Results for body weight and body composition are presented in Table 1, and total energy expenditure (TEE) and water flux rate in Table 2. An ANOVA was used to test the effect of species and sex on total body water, % body water, fat mass and % body fat. An analysis of covariance was used to test these categorical variables on TEE and water flux, with body mass as a covariate.

Table 1. Body composition of ring-tailed lemurs and brown lemurs at Berenty.

Table 2. Total energy expenditure (TEE) and water flux rates of ring-tailed lemurs and brown lemurs at Berenty.

Body composition

There was a significant species effect on body weight, total body water and fat mass but no sex effect (Table 3). No species or sex effect on body fat proportion and percentage of body water was found. Although data on seasonal changes in body composition are limited to one male (NAM9) and one female (NAF8) ring-tailed lemur, fat mass proportion increased substantially across the rainy season (between December and March) without any significant change in lean mass (Table 1). In the single individual E. fulvus captured in both seasons (EFL7), body mass increased by 17%, i.e. similar to the increase in ring-tailed lemurs, with body fat proportion reaching 17.9% at the end of the rainy season (March; Table 1). This suggests that this individual underwent a fattening process similar to that in Lemur catta.

Table 3. Species and sex differences of body composition, daily energy expenditure (DEE), and water flux rate in ring-tailed lemurs and brown lémurs.

Total energy expenditure and water flux

There was no significant independent species or sex effect on daily energy expenditure, using body weight as a covariate, although females tended to spend more energy than males (p = 0.065; Table 3). Body weight is an effective predictor of TEE. There was a significant independent species effect on water flux, with a lower value in ring-tailed lemurs compared with brown lemurs. No statistically significant sex effect on water flux was found (p = 0.07; Table 3).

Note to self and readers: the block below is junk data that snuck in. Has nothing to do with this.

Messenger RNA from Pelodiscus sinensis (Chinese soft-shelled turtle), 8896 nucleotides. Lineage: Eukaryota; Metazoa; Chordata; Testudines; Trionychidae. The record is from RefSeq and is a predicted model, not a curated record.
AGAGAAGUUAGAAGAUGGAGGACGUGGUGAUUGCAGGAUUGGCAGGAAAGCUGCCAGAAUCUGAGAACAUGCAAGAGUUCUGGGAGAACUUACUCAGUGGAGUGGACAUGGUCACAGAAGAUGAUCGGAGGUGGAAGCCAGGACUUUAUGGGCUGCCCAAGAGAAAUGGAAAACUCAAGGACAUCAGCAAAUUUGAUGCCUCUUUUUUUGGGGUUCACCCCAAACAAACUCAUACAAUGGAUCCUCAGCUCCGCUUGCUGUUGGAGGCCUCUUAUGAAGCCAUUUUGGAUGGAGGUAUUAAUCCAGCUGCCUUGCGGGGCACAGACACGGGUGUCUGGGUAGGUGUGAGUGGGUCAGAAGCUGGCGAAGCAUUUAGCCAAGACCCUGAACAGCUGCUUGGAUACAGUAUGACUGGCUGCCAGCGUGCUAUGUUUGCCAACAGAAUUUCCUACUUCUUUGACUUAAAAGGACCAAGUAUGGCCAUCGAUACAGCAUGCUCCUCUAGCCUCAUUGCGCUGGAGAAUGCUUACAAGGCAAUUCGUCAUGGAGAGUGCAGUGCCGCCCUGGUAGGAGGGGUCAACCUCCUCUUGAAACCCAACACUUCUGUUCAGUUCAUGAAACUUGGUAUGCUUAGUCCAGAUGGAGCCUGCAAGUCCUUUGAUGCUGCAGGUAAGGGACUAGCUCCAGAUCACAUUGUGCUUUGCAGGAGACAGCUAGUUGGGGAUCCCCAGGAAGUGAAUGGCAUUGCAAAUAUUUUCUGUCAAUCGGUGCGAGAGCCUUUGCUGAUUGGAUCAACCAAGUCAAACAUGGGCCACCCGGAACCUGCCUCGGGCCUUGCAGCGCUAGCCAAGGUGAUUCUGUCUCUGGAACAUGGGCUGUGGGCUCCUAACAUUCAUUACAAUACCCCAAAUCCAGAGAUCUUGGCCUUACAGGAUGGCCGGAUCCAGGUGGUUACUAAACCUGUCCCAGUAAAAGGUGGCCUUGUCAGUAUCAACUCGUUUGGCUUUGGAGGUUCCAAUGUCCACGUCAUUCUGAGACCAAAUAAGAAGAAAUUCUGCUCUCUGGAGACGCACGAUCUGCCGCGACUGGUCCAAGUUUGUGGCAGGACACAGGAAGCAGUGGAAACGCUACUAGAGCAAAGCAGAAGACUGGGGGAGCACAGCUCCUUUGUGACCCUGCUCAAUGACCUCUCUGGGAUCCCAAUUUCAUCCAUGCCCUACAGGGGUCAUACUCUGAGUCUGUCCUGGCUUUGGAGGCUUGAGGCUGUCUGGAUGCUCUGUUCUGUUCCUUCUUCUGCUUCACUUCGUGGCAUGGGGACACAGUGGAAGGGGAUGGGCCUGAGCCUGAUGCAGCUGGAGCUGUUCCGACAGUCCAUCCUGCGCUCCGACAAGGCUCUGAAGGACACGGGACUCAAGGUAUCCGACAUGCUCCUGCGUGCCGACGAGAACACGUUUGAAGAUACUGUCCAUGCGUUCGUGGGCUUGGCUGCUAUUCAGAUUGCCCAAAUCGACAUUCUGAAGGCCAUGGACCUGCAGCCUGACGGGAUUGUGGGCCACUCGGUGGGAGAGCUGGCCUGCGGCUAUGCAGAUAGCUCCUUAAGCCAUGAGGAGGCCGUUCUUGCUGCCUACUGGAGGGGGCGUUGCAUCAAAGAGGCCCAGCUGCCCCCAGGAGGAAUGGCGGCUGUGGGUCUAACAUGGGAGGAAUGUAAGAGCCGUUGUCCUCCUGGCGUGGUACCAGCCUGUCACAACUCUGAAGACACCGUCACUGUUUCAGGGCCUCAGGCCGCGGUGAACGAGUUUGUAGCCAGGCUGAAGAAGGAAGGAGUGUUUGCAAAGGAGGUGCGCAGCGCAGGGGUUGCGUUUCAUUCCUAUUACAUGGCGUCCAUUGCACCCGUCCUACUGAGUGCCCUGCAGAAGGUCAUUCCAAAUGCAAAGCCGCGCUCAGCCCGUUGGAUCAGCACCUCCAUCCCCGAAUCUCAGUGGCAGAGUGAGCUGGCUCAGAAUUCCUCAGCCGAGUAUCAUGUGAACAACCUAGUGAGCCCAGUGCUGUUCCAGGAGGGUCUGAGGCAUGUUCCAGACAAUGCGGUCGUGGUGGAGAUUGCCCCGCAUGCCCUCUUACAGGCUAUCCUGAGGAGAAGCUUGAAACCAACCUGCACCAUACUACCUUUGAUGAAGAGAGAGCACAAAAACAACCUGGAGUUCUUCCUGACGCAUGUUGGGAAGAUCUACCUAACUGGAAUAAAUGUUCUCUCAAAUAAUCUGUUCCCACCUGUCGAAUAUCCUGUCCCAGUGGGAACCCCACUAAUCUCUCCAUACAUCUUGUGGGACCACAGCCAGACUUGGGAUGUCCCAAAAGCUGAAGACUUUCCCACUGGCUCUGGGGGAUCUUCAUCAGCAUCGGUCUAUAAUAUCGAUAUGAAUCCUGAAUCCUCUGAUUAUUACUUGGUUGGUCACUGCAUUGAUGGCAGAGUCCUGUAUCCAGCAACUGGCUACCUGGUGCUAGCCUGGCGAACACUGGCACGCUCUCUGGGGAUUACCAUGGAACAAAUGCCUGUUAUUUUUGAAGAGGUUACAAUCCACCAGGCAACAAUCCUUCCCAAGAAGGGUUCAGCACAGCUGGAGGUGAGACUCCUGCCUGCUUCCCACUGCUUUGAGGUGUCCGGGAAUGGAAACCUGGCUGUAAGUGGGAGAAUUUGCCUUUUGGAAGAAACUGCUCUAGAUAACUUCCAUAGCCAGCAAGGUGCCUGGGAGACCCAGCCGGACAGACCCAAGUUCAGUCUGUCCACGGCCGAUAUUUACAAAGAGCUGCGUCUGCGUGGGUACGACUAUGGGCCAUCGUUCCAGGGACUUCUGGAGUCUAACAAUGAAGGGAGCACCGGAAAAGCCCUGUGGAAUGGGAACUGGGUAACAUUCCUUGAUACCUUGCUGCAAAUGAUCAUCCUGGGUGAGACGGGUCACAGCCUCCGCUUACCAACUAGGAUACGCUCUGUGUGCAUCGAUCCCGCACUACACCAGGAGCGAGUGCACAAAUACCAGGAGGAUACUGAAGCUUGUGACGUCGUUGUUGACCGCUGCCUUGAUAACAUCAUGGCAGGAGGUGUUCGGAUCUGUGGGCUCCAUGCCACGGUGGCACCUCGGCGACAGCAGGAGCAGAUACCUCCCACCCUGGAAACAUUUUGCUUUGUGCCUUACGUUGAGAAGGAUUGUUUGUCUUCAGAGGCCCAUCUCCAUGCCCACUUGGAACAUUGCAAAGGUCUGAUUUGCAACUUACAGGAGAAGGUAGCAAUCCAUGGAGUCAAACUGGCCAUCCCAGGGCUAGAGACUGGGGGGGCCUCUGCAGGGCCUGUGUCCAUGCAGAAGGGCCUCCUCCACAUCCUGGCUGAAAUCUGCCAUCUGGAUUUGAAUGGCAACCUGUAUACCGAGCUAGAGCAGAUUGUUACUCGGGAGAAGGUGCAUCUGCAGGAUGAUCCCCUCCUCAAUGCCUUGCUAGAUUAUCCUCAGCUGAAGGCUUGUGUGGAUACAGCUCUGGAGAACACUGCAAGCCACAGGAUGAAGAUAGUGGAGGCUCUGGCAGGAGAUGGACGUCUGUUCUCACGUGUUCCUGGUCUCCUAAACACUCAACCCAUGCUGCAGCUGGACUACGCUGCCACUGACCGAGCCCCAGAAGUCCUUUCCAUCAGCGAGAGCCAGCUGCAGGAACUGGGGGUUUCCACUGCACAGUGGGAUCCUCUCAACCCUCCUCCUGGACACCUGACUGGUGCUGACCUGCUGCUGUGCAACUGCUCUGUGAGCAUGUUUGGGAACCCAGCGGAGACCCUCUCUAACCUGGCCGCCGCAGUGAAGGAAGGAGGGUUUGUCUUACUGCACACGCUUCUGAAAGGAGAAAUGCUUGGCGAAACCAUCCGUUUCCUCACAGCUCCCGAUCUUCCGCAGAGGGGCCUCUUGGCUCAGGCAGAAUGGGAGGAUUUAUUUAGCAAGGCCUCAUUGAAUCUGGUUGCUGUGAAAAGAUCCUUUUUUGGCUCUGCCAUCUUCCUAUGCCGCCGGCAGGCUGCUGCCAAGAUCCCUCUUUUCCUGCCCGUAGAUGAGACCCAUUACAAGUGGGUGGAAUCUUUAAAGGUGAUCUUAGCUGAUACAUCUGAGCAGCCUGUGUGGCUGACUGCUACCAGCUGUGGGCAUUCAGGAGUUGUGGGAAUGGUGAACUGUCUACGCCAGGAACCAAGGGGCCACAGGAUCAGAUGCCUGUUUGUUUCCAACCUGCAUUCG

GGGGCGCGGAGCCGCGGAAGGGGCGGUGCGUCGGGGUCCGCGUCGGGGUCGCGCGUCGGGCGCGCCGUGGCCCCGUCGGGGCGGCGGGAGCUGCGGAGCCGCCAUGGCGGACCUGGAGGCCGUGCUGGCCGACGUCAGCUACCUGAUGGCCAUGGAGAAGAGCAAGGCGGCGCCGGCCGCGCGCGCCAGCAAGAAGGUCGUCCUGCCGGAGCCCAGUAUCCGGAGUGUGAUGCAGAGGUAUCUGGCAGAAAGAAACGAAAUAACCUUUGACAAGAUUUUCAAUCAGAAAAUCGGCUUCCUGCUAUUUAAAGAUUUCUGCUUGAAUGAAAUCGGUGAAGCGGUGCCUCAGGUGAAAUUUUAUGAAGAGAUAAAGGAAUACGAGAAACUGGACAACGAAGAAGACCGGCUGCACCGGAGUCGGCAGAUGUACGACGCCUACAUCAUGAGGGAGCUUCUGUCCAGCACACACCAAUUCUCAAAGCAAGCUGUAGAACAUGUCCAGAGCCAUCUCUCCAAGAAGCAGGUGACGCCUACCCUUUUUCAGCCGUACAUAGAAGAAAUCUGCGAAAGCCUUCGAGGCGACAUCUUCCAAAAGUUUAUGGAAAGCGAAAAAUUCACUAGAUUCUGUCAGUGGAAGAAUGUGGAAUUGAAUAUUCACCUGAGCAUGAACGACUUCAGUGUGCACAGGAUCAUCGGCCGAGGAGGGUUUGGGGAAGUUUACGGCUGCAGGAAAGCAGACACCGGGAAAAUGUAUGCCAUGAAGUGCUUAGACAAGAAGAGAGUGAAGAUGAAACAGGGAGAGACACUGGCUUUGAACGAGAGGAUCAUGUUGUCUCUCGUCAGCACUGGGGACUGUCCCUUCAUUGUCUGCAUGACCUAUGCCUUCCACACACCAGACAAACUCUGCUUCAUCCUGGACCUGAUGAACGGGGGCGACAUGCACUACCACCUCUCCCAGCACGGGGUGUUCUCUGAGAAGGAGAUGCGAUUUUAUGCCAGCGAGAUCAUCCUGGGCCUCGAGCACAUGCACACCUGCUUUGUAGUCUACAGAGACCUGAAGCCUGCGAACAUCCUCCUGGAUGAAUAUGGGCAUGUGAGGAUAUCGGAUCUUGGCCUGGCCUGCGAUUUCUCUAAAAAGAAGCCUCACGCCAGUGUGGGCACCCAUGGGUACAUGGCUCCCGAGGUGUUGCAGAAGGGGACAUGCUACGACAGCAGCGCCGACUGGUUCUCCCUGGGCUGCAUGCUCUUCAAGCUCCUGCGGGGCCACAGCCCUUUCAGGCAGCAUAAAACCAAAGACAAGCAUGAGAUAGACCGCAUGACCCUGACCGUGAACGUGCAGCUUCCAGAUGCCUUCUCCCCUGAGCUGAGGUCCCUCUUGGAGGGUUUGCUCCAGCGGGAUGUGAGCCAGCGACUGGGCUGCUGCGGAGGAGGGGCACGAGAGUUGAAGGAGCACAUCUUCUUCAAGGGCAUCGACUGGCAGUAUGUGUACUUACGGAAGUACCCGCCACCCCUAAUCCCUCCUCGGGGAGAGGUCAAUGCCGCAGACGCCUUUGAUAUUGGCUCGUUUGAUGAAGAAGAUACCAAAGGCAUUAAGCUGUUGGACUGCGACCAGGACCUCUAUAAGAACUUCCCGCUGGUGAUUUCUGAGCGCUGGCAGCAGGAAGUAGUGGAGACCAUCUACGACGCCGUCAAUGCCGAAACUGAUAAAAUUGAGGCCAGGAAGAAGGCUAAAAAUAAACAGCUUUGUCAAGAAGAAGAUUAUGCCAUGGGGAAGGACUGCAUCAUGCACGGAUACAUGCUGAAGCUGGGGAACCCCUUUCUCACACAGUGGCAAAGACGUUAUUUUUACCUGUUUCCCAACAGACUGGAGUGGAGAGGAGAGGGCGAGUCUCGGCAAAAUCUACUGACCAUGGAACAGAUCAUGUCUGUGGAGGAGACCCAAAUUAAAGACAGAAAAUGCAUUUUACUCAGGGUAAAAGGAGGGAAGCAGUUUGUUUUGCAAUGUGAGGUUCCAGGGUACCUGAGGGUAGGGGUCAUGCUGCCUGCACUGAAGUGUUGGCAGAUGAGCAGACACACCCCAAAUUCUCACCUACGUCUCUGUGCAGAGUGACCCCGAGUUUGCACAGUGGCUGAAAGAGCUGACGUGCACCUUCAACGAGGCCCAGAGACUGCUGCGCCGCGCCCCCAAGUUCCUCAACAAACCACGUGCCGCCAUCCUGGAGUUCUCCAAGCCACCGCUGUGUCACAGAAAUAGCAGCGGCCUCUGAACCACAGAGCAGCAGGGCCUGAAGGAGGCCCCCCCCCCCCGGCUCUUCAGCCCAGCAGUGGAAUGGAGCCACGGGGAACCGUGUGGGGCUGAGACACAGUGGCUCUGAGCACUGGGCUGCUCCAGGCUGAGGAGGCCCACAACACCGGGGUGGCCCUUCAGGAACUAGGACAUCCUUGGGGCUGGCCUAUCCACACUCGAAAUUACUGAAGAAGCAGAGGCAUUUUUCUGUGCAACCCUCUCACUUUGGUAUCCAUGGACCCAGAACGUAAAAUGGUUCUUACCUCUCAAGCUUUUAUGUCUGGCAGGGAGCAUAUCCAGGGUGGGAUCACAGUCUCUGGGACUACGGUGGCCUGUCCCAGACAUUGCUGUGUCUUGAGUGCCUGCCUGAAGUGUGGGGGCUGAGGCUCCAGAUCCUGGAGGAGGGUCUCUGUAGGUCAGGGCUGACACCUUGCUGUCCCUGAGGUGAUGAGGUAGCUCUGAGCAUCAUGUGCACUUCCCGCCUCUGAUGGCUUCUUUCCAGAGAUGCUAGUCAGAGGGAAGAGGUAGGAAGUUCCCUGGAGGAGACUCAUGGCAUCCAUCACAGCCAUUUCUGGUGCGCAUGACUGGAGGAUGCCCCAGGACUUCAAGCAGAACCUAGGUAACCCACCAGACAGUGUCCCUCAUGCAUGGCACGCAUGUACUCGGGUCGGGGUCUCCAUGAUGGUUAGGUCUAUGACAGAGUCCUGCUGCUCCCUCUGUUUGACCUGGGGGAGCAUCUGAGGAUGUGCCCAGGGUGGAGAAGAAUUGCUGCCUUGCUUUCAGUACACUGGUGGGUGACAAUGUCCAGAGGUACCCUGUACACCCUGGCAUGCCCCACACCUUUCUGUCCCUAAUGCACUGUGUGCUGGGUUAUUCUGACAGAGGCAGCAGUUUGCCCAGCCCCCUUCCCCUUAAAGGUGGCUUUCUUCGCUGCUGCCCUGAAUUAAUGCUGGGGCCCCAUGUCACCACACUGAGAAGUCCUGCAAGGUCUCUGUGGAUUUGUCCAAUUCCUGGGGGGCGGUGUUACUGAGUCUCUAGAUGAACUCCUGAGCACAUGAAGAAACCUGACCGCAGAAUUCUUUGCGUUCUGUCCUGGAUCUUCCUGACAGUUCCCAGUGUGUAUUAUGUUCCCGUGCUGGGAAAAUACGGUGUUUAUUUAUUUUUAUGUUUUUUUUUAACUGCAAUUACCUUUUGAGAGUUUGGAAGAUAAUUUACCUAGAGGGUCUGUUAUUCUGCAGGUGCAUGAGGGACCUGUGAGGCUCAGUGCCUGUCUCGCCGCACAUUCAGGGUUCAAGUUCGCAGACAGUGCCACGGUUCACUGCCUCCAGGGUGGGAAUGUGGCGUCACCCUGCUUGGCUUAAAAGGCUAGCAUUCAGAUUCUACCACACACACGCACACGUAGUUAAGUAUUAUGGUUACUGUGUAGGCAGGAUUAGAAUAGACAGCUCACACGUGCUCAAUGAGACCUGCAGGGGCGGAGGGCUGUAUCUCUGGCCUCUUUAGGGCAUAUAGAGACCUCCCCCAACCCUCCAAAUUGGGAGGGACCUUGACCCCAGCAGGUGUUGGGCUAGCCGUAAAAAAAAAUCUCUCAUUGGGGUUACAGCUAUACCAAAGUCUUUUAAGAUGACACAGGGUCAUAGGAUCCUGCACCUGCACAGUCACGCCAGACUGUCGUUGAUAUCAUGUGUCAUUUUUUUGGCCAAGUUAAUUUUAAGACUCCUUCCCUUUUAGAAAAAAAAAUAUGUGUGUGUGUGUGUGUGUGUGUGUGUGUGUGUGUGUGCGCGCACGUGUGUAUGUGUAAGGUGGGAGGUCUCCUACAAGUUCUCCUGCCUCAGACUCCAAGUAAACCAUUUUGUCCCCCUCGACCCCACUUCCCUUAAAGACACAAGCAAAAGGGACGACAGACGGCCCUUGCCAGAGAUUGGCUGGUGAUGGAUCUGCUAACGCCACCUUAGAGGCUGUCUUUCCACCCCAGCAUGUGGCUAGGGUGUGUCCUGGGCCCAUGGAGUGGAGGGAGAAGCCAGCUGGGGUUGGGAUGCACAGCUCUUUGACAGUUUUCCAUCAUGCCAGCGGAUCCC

Previous studies of field metabolic rate (FMR) determined by the DLW method provide a set of allometric exponents and coefficients [47] to account for differences in dietary grades, environments, and taxonomic classes among vertebrates; these can be used to make predictions on lemur FMR. We selected equations derived from mammal FMRs overall: eqn 1, FMR = 4.82M0.734, where M is body mass in g, 79 spp.; and those focused on eutherians: eqn 2, FMR = 4.21M0.772, 58 spp.; and herbivorous mammals: eqn 3, FMR = 7.94M0.646, 26 spp. On average, TEE is only 38–53% of the predicted mean FMR for ring-tailed lemurs and 44–60% for brown lemurs (Fig. 1).

Figure 1. Total daily energy expenditure (TEE) of ring-tailed lemurs (black symbol) and brown lemurs (empty symbol) superimposed on the scaling of TEE across distinct phylogenetic and ecological grades of mammals.

Equations, including 95% confidence interval of predicted TEE, are taken from [47]. TEE and body weight are means ±1.96sem.

The TEE/BMR ratio is a useful parameter to evaluate the surplus of energy devoted to costs other than maintenance of basal functions [22]. Rigorous records of oxygen consumption in Eulemur fulvus [11] show that minimum consumption occurs above 30°C, which corresponds to a BMR at 28% of the expected rate using Kleiber's equation. Since the author could not rule out the possibility that this extremely low level reflected a depressed rate due to high ambient temperature (up to 40°C), she suggested that basal rate may actually occur at lower temperatures (19–26°C), which yields a value that is 65% of the predicted BMR [11]. Unpublished results in two Lemur catta (McNab, pers. comm.) indicate very low BMR values that are 26 and 37% of prediction for basal metabolism using Kleiber's equation for comparison. However, it is unclear whether a depressed rate similar to that discussed for Eulemur fulvus might also have led to underestimating the true baseline energy demand of ring-tailed lemurs. In the absence of new data, TEE/BMR ratios are calculated using both 65% and 28% of predicted BMR values [23] in each species. As a result, average TEE/BMR ratios are between 1.8 and 4.1 in ring-tailed lemurs and between 2.0 and 4.7 in brown lemurs.